- How are you finding the tools used for collaboration?
- What’s your daily routine?
- Do you find team meetings interactive and inclusive? If not, how can it be changed?
- Are there any tasks you are finding difficult to tackle? Will training regarding the same help?
- What do you do when you need a break?
- How are you finding the current project? Any suggestions?
Such specific questions might feel weird in the beginning but can help a remote employee open up about their work. They will soon begin to share any problems they might be facing. Make sure to address their concerns after the meeting, and take steps to solve their issues by the time you have your next one-on-one meeting.
For example, if the remote employee mentioned not being able to tackle a task because of a lack of understanding or training, share resources with them that might help. Consider doing so during the call or soon after it is over. If the employee mentioned a new suggestion to deal with the project, schedule another meeting with the entire team, and discuss the possibility of it.
4. Keep their career paths in mind
Do not consider remote workers as freelancers or contractors who are with your company just to do work and get compensated. They are like all other full-time employees, with a career path and future aspirations in mind. Remote team members need to know that their job is going somewhere and offers enough growth potential. Be mindful of this and invest time in the same.
If being mindful of every remote employee’s career path seems like a tedious task, invest in a talent management tool, such as TalenX. It can help you identify employee strengths and competencies with the use of advanced psychometrics, which can help you prepare and discuss a better career path with your remote employees. Promoting or transferring them to the team or department of their preference can also help boost employee satisfaction; when they are on a project that they enjoy, chances of job success increase by leaps and bounds.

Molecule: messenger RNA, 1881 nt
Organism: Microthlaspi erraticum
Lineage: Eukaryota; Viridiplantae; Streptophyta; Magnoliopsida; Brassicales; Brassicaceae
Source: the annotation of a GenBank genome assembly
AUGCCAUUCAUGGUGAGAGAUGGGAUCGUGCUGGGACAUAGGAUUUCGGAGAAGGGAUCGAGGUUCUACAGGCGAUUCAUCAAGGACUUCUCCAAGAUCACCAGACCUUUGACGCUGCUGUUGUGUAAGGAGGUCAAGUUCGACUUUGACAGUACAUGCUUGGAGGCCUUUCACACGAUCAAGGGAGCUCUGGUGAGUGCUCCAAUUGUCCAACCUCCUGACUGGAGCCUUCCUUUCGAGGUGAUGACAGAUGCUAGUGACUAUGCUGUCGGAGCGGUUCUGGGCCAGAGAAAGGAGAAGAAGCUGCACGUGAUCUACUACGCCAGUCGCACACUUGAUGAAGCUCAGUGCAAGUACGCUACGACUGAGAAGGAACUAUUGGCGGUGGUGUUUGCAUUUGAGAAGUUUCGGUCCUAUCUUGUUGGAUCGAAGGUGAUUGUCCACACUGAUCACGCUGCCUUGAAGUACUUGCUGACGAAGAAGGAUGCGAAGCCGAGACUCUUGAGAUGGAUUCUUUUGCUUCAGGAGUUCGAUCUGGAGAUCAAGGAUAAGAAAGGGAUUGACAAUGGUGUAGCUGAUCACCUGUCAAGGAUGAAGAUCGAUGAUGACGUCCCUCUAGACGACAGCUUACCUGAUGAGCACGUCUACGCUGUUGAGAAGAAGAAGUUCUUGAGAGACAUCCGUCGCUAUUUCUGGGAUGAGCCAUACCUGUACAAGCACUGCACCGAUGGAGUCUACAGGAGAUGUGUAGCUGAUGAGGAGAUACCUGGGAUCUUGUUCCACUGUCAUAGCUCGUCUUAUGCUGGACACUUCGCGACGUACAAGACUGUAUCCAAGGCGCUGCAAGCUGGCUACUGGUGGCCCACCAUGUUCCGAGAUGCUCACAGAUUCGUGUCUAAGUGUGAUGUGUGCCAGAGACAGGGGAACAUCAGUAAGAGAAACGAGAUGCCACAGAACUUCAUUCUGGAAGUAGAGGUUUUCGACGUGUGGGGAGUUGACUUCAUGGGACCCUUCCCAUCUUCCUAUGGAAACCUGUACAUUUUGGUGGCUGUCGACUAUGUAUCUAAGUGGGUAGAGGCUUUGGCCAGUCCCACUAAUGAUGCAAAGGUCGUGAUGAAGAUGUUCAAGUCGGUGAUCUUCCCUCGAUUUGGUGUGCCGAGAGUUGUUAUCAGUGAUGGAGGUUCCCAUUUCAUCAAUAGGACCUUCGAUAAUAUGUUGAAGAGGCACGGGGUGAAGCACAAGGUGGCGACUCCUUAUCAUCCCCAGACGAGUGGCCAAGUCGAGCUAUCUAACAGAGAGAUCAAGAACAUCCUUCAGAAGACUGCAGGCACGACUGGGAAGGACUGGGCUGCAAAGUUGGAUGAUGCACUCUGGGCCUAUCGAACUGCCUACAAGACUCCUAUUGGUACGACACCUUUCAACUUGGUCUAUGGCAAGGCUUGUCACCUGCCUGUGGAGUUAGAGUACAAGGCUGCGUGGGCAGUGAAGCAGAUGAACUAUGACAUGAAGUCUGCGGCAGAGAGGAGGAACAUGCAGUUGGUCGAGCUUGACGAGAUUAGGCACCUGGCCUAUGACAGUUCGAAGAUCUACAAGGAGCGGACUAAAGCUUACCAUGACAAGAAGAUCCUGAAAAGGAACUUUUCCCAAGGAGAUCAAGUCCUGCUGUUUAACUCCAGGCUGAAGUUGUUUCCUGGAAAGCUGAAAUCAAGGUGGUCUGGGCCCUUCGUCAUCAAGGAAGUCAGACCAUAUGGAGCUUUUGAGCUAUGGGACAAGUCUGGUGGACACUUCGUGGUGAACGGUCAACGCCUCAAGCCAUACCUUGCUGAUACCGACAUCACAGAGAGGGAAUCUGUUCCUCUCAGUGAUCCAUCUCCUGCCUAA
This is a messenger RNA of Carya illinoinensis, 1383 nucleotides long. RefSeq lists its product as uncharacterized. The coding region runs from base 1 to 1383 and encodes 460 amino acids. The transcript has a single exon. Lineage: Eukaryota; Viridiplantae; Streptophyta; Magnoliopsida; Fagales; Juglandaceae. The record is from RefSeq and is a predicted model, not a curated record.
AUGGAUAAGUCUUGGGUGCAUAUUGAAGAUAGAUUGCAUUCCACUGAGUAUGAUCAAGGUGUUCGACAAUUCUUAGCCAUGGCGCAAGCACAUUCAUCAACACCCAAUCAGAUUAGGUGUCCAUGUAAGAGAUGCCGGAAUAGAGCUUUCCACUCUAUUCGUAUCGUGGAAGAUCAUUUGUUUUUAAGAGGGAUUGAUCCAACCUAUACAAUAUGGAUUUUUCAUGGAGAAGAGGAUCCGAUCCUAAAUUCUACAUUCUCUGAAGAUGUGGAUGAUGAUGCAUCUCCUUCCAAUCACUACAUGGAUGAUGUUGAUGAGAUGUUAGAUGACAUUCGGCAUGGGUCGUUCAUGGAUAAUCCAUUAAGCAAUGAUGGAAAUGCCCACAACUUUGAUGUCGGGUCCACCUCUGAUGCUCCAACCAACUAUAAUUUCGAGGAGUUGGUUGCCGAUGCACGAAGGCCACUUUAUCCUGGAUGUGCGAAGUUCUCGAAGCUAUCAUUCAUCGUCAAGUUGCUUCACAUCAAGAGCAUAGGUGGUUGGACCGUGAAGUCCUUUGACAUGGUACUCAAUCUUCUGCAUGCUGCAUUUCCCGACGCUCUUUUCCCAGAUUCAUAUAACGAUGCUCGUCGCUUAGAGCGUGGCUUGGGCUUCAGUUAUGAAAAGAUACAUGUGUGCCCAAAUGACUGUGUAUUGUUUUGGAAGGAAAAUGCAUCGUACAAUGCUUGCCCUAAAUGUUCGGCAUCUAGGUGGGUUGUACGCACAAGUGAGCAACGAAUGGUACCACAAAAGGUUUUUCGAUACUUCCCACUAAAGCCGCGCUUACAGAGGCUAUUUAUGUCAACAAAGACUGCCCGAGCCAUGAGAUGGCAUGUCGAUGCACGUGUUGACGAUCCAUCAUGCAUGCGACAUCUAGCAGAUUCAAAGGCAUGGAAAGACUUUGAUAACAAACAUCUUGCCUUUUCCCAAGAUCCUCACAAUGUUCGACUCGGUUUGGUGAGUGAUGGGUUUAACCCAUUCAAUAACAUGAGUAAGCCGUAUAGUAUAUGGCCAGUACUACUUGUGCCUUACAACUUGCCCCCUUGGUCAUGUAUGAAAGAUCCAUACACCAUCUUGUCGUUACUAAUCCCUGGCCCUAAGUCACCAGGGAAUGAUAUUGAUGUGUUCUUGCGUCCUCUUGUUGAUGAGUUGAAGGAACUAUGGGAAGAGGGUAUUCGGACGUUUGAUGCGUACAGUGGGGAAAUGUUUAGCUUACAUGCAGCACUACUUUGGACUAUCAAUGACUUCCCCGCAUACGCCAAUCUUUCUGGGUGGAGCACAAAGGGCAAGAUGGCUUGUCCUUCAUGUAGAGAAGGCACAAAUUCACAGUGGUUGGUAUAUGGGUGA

5. Set clear expectations with your remote team
Remote team management requires you to put several things in place. Managers need to be clear about their expectations – daily, weekly, and project-based. Be clear with your remote employees on how many updates you require. Request them to share daily to-dos or daily goals completed at the end of the day. Follow this up with weekly updates and then project updates. You can even ask them to share their work calendar with you. Analyse what information you need to be privy about and ask them to share and update the same regularly.
6. Use technology for better collaboration
Managing a remote team requires you to incorporate several technology tools for better communication and collaboration. Having numerous email threads becomes unmanageable. It also doesn’t make remote team members feel included in conversations. Use Slack or Basecamp for a casual and relaxed channel of communication. Make a habit of doing at least half the work on video calls and conferences. Brainstorming on video calls or via real-time interfaces can simulate an in-office team meeting, thus boosting participation. Use cloud storage and file-sharing tools such as Google Drive, Dropbox, and so on for better collaboration.